Saudi king hosts 200 from Christchurch shootings for Hajj

Saudi king hosts 200 from Christchurch shootings for Hajj
Saudi king hosts 200 from Christchurch shootings for Hajj

Aya Al-Umari said she feels like her brother will be accompanying her and will constantly be in her prayers when she travels to Mecca next month to take part in the annual Hajj pilgrimage.

Al-Umari is one of 200 relatives and survivors from the Christchurch mosque shootings who are traveling to Saudi Arabia as guests of King Salman. The king is paying for all travel and accommodation costs, a bill likely to run to over $1 million.

The Saudi ambassador to New Zealand, Abdulrahman Al Suhaibani, on Friday said farewell to the pilgrims at the Al Noor mosque, one of two mosques where a gunman killed 51 people in March. Al-Umari said the ambassador handed out special clothes for the men to wear during the pilgrimage and told the women they would be given kits when they arrived in Saudi Arabia.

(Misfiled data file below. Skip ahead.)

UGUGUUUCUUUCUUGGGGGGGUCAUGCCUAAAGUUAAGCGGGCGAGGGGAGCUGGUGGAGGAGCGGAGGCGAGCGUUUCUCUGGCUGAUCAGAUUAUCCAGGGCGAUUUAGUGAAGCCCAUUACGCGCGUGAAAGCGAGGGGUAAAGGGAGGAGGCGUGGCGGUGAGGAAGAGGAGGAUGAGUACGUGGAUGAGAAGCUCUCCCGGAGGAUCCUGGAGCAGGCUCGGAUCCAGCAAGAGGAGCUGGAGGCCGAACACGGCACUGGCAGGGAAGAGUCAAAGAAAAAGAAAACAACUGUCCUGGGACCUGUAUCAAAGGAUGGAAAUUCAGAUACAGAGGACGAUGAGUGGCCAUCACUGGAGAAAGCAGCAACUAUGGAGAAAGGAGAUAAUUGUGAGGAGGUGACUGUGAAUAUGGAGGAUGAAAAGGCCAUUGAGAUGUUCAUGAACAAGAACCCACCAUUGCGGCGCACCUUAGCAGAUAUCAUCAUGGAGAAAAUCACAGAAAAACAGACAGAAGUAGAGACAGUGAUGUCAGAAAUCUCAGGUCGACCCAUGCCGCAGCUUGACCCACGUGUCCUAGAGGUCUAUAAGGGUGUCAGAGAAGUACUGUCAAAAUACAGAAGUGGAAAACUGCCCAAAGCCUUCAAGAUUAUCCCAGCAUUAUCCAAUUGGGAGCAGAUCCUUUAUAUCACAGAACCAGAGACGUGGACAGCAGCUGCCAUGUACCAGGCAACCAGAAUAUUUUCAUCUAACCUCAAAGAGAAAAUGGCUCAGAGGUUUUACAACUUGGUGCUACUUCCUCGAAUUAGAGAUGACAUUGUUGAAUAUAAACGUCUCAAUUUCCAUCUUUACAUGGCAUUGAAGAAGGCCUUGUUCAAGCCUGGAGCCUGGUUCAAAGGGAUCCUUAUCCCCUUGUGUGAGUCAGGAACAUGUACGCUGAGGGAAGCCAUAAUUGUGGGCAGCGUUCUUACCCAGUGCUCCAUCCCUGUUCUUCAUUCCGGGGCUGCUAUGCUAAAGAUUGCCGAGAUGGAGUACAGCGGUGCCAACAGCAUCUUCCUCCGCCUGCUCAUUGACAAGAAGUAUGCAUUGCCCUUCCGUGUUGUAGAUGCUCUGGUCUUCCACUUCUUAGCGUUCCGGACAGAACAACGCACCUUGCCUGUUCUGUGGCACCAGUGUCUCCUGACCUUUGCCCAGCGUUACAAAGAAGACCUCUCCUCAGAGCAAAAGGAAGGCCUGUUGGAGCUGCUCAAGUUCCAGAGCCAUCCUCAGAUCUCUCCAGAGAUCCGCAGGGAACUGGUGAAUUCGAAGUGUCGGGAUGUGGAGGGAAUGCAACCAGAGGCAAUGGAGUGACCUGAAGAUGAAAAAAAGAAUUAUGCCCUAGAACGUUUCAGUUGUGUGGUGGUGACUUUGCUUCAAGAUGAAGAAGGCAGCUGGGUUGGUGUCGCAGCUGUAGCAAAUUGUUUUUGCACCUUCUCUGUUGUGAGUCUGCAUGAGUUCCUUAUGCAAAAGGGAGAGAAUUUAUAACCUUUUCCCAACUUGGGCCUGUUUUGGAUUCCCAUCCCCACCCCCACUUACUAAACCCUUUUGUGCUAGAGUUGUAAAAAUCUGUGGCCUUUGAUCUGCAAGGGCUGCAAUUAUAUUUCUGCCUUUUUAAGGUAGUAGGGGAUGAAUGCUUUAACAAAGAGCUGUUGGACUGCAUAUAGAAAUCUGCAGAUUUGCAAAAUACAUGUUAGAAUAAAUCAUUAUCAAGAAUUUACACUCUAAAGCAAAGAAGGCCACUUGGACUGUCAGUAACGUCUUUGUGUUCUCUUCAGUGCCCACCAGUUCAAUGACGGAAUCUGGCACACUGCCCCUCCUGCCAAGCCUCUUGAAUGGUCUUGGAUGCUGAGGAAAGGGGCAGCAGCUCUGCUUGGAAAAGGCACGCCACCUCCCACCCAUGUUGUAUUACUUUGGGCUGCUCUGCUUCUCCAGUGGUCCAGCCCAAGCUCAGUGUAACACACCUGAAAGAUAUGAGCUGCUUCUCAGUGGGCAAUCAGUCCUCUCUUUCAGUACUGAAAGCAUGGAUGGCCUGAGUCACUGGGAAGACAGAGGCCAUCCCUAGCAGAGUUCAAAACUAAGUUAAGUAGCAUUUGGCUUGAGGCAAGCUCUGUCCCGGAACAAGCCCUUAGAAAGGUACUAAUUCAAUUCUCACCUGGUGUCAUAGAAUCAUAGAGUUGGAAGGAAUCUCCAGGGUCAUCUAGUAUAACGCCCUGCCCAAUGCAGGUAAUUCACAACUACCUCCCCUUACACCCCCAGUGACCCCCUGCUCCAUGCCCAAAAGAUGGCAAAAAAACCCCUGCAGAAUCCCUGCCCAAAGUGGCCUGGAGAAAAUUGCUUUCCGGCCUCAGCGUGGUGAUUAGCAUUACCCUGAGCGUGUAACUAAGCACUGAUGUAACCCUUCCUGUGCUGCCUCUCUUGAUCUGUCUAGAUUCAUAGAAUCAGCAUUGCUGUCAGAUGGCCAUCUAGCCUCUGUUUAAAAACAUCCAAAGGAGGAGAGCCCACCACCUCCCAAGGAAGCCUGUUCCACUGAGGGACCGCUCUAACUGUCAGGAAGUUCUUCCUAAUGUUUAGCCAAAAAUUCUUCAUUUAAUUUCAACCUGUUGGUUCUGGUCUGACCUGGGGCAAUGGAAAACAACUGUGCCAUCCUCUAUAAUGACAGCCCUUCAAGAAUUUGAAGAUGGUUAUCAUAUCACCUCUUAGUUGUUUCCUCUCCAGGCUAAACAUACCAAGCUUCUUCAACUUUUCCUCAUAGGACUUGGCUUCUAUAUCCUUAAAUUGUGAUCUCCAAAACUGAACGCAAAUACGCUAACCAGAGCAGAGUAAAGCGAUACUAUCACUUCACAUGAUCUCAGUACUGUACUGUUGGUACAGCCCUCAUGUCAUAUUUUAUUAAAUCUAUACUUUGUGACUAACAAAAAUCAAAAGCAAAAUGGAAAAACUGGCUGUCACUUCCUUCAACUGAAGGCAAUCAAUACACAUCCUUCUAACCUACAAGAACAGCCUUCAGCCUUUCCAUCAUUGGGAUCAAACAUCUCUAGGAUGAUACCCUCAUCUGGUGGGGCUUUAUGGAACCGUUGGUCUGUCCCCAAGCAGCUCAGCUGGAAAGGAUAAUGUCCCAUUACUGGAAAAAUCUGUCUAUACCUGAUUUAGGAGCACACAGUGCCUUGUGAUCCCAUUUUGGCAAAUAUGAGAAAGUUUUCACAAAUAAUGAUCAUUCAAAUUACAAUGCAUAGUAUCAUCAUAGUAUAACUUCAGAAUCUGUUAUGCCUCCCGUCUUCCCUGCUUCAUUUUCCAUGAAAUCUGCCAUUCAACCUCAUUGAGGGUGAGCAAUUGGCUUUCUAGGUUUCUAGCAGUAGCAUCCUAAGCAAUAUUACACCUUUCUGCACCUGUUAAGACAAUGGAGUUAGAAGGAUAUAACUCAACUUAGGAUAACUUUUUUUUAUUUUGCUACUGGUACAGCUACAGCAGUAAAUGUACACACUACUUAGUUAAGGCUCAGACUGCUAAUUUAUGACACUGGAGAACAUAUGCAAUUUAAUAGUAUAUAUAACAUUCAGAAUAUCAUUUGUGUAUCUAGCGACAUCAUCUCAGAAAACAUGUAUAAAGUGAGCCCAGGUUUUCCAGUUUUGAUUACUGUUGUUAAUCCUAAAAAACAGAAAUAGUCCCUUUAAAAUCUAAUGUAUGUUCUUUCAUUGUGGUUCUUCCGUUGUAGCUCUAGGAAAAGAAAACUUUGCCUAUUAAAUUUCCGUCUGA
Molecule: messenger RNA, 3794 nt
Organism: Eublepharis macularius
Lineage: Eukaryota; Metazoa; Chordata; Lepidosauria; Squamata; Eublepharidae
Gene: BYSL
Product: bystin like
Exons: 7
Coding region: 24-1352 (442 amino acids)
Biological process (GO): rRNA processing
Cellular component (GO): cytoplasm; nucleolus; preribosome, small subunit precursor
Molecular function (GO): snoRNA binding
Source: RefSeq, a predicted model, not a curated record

Al-Umari's 35-year-old brother Hussein was among those killed.

She said it's an honor that King Salman is sponsoringthe trips, a fact reinforced in her visa documents stating that she's travelingas a guest of the custodian of the two holy mosques.

"It came at such a perfect time and it helps with the grief as well," Al-Umari said. "It's such a humbling thing to be given. I always had, personally, as a goal before I get married, to Hajj. Now it's been given to us on a plate. I feel it's a blessing from Hussein that is looking after me and my family."

She said she was initially nervous about the trip,and won't know many of the others going because so many of her friends werekilled during the March massacre.

"It's a tough journey to do, Hajj," she said. "There are quite a number of factors. There's lots of walking, and the weather — it's quite hot. But these are all surface things, and the holiness of the whole pilgrimage will overtake the toughness of the journey."

The Hajj is one of the five pillars of Islam, and all able-bodied Muslims are required to perform it once in their lifetime. During the five-day pilgrimage, millions of Muslims circle Islam's most sacred site, the cube-shaped Kaaba, and take part in rituals intended to bring about greater humility and unity.

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